Pickover is a sort of spiritualist materialist, without ever reconciling the two. (God is a mathematician.) Unfortunately, his materialist view is typically reductionist: biological or psychological phenomena, can be reduced to physical phenomena and can thus be programmed into a computer. This assertion isn’t much more than a religious belief. There is no accepted reductionist theory of consciousness. DNA replication can’t be explained by subatomic properties. Even subatomic properties only lend themselves to probabilities NOT programming. How do numbers capture the feeling of a breeze? The phenomenon itself, not the neurons that trigger the feeling. There is no subroutine for self-awareness. Do androids dream of electric sheep? “Nature is mathematics,” he says. Somewhere in the infinitely repeating digits of Pi, for example, is a representation of you. I assert against his assertion that a living thing cannot be capture in numbers. Living is a process, not a thing. It can’t be frozen in digits. The universe just IS. Math is a human way to interpret the universe. Pickover’s universe is like The Matrix, if a good one instead of an evil one. Is a breath of air math? Is a dream mathematical? Or is it just what it is?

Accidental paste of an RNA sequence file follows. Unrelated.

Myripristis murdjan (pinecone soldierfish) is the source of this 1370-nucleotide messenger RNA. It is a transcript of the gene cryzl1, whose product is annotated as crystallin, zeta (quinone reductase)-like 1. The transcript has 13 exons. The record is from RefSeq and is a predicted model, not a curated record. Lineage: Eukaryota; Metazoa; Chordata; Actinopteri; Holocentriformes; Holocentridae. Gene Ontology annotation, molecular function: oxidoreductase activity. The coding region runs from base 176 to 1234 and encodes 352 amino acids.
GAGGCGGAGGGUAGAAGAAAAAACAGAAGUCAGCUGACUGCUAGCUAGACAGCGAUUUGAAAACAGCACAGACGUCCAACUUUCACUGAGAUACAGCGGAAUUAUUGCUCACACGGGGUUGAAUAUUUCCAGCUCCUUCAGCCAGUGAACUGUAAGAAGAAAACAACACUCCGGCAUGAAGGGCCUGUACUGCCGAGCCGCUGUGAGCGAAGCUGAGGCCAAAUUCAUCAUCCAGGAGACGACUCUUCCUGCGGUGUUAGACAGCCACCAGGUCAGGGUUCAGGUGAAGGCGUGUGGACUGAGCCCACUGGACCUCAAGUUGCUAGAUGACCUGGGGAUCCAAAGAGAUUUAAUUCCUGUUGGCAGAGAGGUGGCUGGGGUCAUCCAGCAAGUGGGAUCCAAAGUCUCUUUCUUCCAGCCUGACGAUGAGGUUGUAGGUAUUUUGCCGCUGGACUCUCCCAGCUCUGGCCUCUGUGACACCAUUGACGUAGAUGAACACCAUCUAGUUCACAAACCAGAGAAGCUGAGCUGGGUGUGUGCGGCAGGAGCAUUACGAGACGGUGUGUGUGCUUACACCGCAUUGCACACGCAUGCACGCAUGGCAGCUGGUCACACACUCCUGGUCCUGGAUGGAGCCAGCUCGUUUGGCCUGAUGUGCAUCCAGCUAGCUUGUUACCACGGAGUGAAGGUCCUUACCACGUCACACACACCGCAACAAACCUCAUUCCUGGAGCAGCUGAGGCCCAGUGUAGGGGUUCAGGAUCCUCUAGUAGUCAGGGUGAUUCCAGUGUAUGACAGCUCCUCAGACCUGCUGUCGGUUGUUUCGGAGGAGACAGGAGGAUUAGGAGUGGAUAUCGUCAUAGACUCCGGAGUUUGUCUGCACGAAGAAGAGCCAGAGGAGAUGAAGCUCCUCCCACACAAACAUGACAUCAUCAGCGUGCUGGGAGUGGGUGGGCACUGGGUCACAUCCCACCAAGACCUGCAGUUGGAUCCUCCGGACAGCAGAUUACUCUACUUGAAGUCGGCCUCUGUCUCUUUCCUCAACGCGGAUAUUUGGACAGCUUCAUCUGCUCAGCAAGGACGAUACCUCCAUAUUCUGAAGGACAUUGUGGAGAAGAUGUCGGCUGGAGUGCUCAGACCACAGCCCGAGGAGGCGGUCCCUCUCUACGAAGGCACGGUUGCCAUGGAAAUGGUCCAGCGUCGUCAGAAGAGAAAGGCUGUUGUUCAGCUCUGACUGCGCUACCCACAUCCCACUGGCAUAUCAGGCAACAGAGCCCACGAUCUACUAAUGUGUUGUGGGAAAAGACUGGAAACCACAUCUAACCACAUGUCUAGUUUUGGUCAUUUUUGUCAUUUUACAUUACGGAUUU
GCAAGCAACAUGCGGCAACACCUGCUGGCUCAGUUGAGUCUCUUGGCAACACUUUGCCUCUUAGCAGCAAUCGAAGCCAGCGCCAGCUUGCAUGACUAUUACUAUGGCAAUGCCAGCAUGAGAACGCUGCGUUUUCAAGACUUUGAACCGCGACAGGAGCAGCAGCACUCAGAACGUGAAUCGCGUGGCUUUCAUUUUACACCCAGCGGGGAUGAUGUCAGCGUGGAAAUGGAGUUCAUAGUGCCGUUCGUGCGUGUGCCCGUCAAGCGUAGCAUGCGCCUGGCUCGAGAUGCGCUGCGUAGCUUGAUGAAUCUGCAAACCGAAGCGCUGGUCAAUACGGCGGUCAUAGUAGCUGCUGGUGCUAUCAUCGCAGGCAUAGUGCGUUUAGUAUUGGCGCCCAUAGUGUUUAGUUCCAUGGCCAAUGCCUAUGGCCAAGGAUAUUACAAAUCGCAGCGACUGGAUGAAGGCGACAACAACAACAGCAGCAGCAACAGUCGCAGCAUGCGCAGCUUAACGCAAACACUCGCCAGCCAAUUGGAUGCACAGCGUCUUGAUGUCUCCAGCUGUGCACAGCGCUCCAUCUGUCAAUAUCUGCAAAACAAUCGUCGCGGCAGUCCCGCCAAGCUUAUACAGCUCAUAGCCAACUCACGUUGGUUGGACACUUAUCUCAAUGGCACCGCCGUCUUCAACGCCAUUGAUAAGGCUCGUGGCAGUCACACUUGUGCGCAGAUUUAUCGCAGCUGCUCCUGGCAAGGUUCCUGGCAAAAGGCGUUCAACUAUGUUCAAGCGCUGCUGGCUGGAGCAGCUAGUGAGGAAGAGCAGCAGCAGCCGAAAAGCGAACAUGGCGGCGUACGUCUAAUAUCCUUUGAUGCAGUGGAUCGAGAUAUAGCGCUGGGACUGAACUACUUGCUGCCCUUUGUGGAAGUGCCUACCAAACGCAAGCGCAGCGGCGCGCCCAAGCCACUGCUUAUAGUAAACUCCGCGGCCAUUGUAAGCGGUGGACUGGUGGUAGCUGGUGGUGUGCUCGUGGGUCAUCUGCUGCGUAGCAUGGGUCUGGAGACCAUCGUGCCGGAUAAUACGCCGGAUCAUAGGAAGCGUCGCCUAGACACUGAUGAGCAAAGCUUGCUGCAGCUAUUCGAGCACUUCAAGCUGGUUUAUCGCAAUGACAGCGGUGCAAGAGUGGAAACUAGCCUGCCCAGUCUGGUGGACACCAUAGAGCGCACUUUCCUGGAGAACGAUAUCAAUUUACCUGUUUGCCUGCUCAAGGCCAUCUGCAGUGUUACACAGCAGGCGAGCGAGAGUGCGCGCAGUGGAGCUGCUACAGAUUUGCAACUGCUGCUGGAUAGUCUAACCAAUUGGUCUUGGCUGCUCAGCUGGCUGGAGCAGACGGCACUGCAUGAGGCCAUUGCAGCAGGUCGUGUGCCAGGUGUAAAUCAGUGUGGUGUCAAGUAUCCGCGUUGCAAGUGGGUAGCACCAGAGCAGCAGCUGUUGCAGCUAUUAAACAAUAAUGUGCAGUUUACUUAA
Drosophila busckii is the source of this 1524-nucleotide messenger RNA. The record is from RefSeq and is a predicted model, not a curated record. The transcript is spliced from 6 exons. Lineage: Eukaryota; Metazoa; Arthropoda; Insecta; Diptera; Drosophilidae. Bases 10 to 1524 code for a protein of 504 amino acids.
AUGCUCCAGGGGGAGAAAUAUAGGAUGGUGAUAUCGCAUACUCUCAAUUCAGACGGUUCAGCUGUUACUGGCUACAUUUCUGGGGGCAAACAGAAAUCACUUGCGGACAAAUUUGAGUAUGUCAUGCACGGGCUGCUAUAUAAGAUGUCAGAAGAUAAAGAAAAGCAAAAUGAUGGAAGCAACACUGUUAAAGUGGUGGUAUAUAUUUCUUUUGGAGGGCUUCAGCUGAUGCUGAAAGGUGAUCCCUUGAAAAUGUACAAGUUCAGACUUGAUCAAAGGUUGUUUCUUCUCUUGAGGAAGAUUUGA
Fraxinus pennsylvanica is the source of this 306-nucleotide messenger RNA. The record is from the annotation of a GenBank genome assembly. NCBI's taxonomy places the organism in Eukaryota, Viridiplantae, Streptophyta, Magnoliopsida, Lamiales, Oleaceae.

“The Internet will dissolve away nations as we know them today. Humanity becomes a single hive mind, with a group intelligence, as geography becomes putty in the hands of the Internet sculptor.” You don’t think that it might be more likely that we find new and better ways to enslave each other for wealth? “Some researchers have even suggested that humans are at less risk for extinction now than at any other time in history, and that this risk decreases proportionately to advances made in technology…in this century we will probably become immortal from our understanding of the biological basis of aging and our merging with computers.” (italics mine)

To me the quintessence of technology is the nuclear bomb. We should have stopped at dental floss and the bicycle. But unfortunately, humans have a really hard time applying breaks. “…at this time in history…” there exists a way that humanity could make this planet uninhabitable. Sorry, technology doesn’t seem like my savior.

I’m sure in person, Pickover is a sweet guy. Too bad he’s a narcissist as a writer.
( )
1 vote David_David_Katzman | Nov 26, 2013 |
It's difficult to really rate this book. For the ideas it brings up, it deserves a five. But a large amount of those are going to be coming from the individual reader's interpretation of the author's accounts, rather than a planned narrative within it. Which leads into a reason for giving it a much lower score, it's basically a frenzied jump from one crazed idea to another. Many are interesting, some brillient, and there's a good deal of lame ducks as well. But most of them have just enough to lure you in before the book gives a shrug and gives up, moving on to the next topic.

It's worth a read, but could have been quite a bit more. Though I'd also add that it's worth actually buying just to have a book with that title, and cover, sitting on your shelf. ( )
1 vote johnemersonsfoot | Jun 23, 2007 |